For the 2023 Chinese New Year (to be more inclusive I should call this the Lunar New Year, it’s just that in Malaysia this is what it’s commonly known as), I went back to my hometown Kota Kinabalu in Sabah. It had been three years since I was last back for CNY, i.e. before the pandemic hit Malaysia. Every time I do packing to go back to Sabah, my checklist includes a reminder to bring some games. This time I only brought two standard sized box games – Attika and Res Arcana. The rest were small box games, card games, and some prototypes of my own game designs.
I asked younger daughter Chen Rui to play Res Arcana with me. I had played it a few times and I like it. It was the first time for Chen Rui. Originally I planned to bring Race for the Galaxy. Chen Rui had seen me play it on the iPad, and she was interested. Unfortunately I had forgotten that I had lent my copy to Julian. By the time I realised it it was too late. We were so busy preparing to travel that I didn’t have time to arrange to get the game. So I brought Tom Lehmann’s other game.
Res Arcana is not similar to Race for the Galaxy, but it does have the element of creating combos. In Res Arcana you know exactly what cards you have in your deck. You only have 8 cards in it. Your challenge is to devise the most effective strategy to get yourself to 10 victory points given the limited strategy space.
I complain all the time how contemporary Eurogames are just exercises in resource conversion. Yet Res Arcana is exactly a game which does resource collection and resource conversion. I struggle to come up with a justification for liking it but not other more popular resource conversion games.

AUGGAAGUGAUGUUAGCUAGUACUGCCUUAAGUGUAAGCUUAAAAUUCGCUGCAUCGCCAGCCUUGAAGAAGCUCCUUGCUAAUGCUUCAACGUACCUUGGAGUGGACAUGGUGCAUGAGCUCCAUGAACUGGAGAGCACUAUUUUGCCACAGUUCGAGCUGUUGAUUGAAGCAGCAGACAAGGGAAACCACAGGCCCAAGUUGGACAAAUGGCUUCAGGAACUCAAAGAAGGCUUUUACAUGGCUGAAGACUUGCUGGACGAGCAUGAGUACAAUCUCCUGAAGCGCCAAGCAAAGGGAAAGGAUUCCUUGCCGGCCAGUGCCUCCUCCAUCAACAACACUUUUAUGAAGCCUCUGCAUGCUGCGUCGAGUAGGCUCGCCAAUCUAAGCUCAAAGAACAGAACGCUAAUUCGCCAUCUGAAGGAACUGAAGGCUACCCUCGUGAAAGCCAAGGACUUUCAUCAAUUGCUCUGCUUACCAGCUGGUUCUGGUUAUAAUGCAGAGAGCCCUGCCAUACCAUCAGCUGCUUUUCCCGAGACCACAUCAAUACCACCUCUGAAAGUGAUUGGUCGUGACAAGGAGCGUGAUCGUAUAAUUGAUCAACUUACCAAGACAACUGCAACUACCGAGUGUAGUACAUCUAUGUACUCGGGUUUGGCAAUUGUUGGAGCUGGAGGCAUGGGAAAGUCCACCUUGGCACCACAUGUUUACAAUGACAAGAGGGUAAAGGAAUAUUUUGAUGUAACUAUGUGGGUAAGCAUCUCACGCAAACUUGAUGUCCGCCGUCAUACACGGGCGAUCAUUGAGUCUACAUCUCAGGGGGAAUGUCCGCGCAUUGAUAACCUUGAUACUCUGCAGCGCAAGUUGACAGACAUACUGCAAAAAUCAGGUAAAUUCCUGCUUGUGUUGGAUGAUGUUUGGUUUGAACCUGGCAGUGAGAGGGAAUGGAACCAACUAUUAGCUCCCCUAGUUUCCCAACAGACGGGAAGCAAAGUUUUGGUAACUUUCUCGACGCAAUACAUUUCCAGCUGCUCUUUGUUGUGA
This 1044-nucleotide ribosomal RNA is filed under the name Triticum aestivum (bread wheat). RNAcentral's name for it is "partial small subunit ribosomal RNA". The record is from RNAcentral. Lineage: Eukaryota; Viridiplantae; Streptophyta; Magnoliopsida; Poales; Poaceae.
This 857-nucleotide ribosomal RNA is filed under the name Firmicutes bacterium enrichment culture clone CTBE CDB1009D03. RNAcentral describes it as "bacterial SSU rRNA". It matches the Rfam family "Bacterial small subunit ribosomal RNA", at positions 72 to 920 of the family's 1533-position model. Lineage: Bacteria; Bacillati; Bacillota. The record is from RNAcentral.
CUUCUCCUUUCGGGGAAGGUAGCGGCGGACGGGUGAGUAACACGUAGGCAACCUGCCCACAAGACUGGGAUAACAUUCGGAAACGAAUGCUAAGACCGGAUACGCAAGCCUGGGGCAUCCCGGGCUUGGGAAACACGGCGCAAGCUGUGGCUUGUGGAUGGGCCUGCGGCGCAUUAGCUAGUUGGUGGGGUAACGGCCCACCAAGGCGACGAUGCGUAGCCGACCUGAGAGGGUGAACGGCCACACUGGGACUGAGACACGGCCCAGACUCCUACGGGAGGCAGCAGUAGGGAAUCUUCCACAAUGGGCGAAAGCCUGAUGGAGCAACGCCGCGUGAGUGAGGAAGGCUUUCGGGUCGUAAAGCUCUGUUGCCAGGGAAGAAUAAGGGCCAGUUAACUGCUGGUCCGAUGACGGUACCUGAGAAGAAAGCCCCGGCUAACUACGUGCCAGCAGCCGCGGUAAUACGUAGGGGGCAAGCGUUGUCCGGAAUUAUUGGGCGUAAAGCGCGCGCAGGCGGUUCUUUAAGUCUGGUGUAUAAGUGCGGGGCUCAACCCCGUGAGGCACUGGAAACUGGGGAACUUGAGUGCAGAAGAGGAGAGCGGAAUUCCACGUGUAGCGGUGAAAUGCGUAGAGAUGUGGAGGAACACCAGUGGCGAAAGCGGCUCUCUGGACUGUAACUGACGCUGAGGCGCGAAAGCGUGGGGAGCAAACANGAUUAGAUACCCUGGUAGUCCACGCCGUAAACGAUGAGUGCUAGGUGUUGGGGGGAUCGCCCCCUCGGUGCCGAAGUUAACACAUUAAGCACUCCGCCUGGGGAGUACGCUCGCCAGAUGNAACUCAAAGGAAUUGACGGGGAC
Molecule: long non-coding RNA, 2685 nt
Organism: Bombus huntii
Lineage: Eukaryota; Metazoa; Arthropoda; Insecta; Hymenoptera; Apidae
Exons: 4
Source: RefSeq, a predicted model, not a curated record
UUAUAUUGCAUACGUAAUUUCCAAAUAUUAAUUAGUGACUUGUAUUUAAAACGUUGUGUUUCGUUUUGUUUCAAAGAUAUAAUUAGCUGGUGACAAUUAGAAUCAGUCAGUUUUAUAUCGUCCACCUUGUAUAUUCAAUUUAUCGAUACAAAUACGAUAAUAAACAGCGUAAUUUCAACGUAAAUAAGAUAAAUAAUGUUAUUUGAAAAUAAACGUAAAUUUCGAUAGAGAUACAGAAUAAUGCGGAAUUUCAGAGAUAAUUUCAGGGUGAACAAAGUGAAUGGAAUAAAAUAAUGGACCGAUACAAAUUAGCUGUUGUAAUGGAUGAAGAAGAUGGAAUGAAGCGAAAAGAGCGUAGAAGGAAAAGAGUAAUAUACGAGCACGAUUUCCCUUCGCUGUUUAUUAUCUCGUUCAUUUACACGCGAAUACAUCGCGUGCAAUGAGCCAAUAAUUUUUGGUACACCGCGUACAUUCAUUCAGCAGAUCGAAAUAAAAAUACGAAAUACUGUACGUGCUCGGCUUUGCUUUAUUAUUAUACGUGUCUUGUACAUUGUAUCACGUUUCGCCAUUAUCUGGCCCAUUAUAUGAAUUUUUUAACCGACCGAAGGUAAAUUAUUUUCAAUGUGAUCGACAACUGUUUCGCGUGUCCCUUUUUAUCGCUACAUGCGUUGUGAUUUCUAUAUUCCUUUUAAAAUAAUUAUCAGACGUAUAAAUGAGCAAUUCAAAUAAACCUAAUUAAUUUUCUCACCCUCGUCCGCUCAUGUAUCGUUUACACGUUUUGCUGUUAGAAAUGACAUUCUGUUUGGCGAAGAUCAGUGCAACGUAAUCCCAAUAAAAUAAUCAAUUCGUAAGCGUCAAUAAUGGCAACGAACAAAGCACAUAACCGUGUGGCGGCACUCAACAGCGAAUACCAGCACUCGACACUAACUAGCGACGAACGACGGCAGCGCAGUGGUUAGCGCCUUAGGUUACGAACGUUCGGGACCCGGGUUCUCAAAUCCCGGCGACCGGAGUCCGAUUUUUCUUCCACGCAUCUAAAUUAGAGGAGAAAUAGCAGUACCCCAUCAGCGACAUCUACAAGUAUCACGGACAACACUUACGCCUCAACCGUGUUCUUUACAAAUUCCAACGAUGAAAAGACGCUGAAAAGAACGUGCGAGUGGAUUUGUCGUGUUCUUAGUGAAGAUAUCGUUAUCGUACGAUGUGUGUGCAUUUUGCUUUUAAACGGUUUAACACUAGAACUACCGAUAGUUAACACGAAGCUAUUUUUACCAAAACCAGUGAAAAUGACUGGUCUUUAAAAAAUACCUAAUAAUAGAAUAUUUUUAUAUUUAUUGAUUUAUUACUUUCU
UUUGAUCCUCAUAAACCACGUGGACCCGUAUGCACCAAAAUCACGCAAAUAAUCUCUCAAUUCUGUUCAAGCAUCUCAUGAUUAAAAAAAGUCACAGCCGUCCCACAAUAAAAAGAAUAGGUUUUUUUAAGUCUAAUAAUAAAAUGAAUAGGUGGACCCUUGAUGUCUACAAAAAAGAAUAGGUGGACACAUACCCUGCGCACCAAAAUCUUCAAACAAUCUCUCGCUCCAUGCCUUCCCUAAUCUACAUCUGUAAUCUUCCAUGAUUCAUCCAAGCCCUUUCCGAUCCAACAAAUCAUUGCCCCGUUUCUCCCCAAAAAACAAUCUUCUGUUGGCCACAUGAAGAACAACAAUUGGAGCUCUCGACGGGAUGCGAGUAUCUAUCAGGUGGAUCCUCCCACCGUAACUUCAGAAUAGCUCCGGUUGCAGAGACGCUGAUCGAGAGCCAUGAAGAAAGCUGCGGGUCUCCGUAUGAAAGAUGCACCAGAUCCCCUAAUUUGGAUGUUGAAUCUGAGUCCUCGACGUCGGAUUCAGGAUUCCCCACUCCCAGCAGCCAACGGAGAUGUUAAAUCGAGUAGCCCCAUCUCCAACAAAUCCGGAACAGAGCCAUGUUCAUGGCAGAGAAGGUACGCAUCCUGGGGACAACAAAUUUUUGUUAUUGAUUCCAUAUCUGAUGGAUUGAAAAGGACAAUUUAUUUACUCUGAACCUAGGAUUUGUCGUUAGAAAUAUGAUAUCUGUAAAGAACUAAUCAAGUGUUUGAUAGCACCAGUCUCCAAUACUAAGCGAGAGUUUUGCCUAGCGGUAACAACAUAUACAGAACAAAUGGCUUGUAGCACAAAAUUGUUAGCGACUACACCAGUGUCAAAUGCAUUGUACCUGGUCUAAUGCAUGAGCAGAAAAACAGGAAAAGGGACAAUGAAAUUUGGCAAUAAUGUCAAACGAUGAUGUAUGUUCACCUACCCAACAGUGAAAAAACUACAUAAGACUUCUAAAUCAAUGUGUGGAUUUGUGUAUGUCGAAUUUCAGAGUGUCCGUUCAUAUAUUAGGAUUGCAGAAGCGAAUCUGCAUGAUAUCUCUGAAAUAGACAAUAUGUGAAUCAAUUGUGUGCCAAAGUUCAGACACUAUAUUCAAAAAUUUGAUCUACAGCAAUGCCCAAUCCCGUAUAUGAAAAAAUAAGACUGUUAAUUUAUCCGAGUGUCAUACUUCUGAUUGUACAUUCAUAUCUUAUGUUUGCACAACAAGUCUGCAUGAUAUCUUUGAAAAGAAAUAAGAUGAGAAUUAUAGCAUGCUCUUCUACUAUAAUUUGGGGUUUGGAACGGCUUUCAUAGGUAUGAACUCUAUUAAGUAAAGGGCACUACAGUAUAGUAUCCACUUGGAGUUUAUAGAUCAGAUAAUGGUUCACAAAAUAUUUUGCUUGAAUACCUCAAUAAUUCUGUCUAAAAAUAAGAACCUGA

Perhaps I should call it a hand management game. You know exactly what cards you will have access to, just that you can’t be certain when you will draw which card. Your task from the get go is to figure out how to make the most of the cards fate deals you. Yes, you do use your cards to produce and convert resources as efficiently as possible. It’s just that you do that by cleverly managing your hand and creating good combos. I think I can convince myself.
Chen Rui had fun with Res Arcana. At first she was flustered that her resource production sucked. The problem was more due to my character and starting cards being good at producing resources. Thus the contrast. Eventually I won, but she learned how the game worked and caught up, and was within range of the finish line.
You see gambling games everywhere during Chinese New Year. My parents’ home back in Sabah is no exception. We played mahjong rummy. The mahjong rummy entry on BoardGameGeek was submitted by me, many years ago. Till now the representative remains the same one. I photographed it in Sabah too.
Normally on Day 1 of CNY my parents would plan CNY visits (拜年) to the homes of some friends and relatives, bringing all three generations – themselves, my generation and my children’s generation. This year they didn’t plan any visit, so we played mahjong rummy at home almost the whole day – my mum, my wife Michelle, Chen Rui and I.
Mahjong rummy is a traditional gambling game. Most gamers probably frown upon it. With so many better games out there, why play this type of luck-heavy and dull game? I think playing games is more about the playing than the games. It is more important to be able to sit together around a table and have fun. What game it is on the table is secondary.